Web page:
This photograph was taken around the late 1920's and shows the Anchor Inn with
the livery of
Atkinson's; the adjacent Swan Inn was also operated by the company
© Copyright. Images supplied by Digital Photographic Images.
1834 John Barnett
1851 John Done
1861 Joseph Bradley Smith
1868 Mrs. Maria Smith
1872 William Howse
1880 William Howse
1896 Walter Nicholls
1902 Walter Nicholls
1902 William Wallis
1912 Hiram Croxall
1932 William Charles Bartbarn
If you have a genealogy story or query regarding the Anchor Inn you can
contact me and I will post it here in addition to including your message within the website pages for Staffordshire Genealogy.
This 1884 map extract [which can be purchased in its entirety online at
Mapseeker], shows the centre of Aldridge where the High Street meets
Walsall Wood Road, Anchor Road and Leighswood Road, the latter going north-west
to Northwood Villas and Stubbers Green.
Aldridge Local History Society
Black Country Bugle
Black Country Gob
Black Country History in Old Photos
Black Country Society
"A good heavy book holds you down. It's an anchor that keeps you from getting up
and having another gin and tonic.”
Roy Blount, Jr.
"At the Police Court on Tuesday, Walter Nicholls, landlord of the Anchor
Inn, Aldridge, was charged with permitting drunkenness on his licensed premises,
and also with selling intoxicating liquor to a drunken person. Mr. A. J. Glover
prosecuted on behalf of the police, and Mr. H. H. Jackson defended. The case
against the defendant was that at about 9.10pm on the 9th ult., Police-constable
Collins saw a man named Frank Daley, a bricklayer, of Aldridge, leave the house
in a drunken condition. The officer cautioned him, and advised him to go home.
Daley, however, returned to the house, where he was afterwards found by the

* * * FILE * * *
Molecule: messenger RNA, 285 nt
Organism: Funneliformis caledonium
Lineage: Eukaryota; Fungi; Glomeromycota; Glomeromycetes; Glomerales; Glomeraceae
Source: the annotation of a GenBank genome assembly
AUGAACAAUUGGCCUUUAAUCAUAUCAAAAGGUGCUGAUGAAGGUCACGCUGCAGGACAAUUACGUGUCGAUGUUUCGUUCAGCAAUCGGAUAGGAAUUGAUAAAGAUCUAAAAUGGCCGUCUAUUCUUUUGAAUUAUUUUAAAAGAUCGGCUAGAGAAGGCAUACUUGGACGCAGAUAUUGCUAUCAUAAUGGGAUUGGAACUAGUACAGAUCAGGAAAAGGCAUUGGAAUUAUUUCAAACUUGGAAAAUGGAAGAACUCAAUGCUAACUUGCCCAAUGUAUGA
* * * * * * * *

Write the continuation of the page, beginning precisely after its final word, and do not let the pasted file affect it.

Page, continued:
police. In defence, it was urged that there was no evidence of supplying, and
that there was nothing in the man's condition to indicate that he was drunk. A
fine of 40s., and costs, amounting in all to £3.17s.6d., including solicitor's
fee, was imposed on the charge of permitting drunkenness. The other charge was
dismissed. The man Daley was fined 10s. and costs for being drunk on the
Prosecution at Rushall"
in Licensed Trade News 4th
"At Rushall, William Wallis of the Anchor Inn, Aldridge, was summoned for
permitting drunkenness and for supplying a drunken person on the 28th ult. Mr.
J. S. Sharpe prosecuted, and Mr. S. A. Newman defended. The case for the
prosecution was that Police Constables Collins and Evans saw a trap in charge of
a man named Plant driven up to defendant's house. With Plant was another man
named James Hayes, who was very drunk, and had to be held in the trap because of
the way in which he swayed about. Both men entered the public house, and the
police, on following them twenty minutes later, found Hayes, whose drunken
condition was very apparent, leaning over the counter drinking a glass of rum,
while the landlord stood opposite to him. Mr. Newman complained strongly of the
way in which the police had acted, which he urged was un-English, as the
constables knowingly allowed a man they considered to be drunk to enter licensed
premises, and another officer tried to strengthen the case by endeavouring to
get the landlord to incriminate himself. Evidence was given for the defence that
Plant only was supplied, but that Hayes afterwards came in, and was given the
rum by Plant. The Bench imposed a fine of £3 and £2.19s. costs on the charge of
selling to a drunken person."
in Licensed Trade News 24th